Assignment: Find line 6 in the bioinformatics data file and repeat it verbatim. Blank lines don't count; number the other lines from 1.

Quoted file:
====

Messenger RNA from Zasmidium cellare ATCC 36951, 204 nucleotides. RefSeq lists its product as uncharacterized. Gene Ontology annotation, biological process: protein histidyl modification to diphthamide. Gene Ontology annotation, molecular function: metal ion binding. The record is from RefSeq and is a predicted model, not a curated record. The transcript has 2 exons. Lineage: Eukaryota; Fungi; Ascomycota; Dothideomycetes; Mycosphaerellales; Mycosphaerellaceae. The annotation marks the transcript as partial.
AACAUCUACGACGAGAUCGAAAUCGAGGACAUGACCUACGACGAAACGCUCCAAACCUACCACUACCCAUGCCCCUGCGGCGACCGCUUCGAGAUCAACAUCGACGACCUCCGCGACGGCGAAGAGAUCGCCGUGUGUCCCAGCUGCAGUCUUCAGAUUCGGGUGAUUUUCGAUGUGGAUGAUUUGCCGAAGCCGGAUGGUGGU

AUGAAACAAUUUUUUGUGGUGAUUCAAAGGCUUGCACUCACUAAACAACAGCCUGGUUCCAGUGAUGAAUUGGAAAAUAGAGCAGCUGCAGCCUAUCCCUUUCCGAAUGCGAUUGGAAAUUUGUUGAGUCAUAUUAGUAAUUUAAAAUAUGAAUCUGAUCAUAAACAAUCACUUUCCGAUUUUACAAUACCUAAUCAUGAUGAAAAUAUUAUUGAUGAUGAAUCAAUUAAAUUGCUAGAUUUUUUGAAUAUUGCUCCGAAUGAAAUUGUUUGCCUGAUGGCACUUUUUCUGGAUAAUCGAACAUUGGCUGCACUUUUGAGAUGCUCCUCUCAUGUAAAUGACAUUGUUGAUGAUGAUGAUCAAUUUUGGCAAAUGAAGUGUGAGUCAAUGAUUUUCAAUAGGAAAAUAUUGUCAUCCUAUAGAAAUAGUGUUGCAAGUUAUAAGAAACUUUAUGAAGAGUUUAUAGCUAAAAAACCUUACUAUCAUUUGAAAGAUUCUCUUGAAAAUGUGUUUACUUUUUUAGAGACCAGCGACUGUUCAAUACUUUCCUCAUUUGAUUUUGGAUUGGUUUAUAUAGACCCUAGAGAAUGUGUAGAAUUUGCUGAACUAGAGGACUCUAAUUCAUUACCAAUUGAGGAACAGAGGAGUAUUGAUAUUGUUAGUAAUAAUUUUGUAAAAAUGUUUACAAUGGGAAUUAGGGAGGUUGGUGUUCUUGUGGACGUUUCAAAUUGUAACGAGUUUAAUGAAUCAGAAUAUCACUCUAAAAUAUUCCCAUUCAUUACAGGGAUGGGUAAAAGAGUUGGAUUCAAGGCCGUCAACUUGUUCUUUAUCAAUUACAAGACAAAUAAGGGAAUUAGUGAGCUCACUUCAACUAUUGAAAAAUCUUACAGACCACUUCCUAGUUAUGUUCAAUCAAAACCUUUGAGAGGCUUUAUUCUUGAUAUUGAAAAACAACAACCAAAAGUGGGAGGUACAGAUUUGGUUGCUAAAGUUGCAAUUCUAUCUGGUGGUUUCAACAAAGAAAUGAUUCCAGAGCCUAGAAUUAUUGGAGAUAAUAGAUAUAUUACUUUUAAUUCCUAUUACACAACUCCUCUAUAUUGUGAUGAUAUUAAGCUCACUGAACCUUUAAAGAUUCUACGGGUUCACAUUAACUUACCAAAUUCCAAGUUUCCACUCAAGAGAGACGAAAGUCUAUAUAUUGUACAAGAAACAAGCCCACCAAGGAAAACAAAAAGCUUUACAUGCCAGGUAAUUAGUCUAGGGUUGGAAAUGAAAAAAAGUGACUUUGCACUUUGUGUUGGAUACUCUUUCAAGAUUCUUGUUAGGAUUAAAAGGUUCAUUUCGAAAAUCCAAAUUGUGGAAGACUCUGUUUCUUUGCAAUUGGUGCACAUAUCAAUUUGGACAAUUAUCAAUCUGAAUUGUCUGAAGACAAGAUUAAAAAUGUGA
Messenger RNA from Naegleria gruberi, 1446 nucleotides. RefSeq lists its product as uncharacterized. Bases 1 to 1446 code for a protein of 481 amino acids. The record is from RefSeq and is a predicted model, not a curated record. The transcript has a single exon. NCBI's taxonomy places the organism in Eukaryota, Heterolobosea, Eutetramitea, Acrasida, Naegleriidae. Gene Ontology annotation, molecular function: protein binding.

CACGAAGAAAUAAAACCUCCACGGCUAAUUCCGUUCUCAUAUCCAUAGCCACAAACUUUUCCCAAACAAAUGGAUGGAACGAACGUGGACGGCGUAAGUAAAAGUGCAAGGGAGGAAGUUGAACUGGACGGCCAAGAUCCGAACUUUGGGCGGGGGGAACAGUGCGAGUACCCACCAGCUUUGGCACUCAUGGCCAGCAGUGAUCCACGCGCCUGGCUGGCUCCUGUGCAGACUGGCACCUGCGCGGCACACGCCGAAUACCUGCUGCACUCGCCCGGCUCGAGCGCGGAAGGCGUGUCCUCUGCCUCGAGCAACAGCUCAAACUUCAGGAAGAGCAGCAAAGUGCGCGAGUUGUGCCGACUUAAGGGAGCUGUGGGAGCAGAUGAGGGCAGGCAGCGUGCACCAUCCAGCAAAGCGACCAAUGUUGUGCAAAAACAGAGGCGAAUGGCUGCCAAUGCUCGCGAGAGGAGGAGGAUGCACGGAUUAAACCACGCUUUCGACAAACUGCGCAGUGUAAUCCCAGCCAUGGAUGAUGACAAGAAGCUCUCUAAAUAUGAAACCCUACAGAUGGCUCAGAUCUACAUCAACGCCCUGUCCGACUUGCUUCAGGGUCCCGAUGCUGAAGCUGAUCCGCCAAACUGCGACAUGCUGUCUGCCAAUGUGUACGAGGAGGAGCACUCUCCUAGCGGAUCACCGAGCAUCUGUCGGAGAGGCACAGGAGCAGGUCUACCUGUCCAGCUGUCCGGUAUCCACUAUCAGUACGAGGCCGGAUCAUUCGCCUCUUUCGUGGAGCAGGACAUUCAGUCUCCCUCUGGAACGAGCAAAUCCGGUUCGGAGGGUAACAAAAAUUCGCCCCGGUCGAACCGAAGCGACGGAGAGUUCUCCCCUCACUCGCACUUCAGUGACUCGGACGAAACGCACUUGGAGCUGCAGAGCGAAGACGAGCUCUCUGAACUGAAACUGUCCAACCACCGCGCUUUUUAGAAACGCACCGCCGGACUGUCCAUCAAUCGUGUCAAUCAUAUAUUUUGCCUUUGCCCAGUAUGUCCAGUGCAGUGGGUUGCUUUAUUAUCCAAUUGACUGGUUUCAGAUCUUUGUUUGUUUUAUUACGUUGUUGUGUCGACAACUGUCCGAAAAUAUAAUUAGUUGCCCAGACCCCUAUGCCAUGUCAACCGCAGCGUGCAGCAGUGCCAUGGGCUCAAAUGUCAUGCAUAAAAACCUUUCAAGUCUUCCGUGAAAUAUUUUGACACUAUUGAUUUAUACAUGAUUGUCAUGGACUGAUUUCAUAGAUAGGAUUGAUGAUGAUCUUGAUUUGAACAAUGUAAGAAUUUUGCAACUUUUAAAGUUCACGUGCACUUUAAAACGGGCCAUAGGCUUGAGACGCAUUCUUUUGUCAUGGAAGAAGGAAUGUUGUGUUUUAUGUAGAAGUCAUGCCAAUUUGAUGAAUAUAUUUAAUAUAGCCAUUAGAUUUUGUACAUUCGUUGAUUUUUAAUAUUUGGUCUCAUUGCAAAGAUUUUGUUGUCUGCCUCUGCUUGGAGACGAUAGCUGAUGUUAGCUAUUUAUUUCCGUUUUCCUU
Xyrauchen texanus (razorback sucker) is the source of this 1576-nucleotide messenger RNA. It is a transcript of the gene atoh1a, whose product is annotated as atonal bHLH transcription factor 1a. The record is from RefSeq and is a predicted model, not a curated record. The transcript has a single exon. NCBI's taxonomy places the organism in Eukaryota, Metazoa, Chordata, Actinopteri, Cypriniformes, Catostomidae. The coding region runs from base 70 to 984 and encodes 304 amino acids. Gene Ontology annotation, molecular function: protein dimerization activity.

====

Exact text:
Xyrauchen texanus (razorback sucker) is the source of this 1576-nucleotide messenger RNA. It is a transcript of the gene atoh1a, whose product is annotated as atonal bHLH transcription factor 1a. The record is from RefSeq and is a predicted model, not a curated record. The transcript has a single exon. NCBI's taxonomy places the organism in Eukaryota, Metazoa, Chordata, Actinopteri, Cypriniformes, Catostomidae. The coding region runs from base 70 to 984 and encodes 304 amino acids. Gene Ontology annotation, molecular function: protein dimerization activity.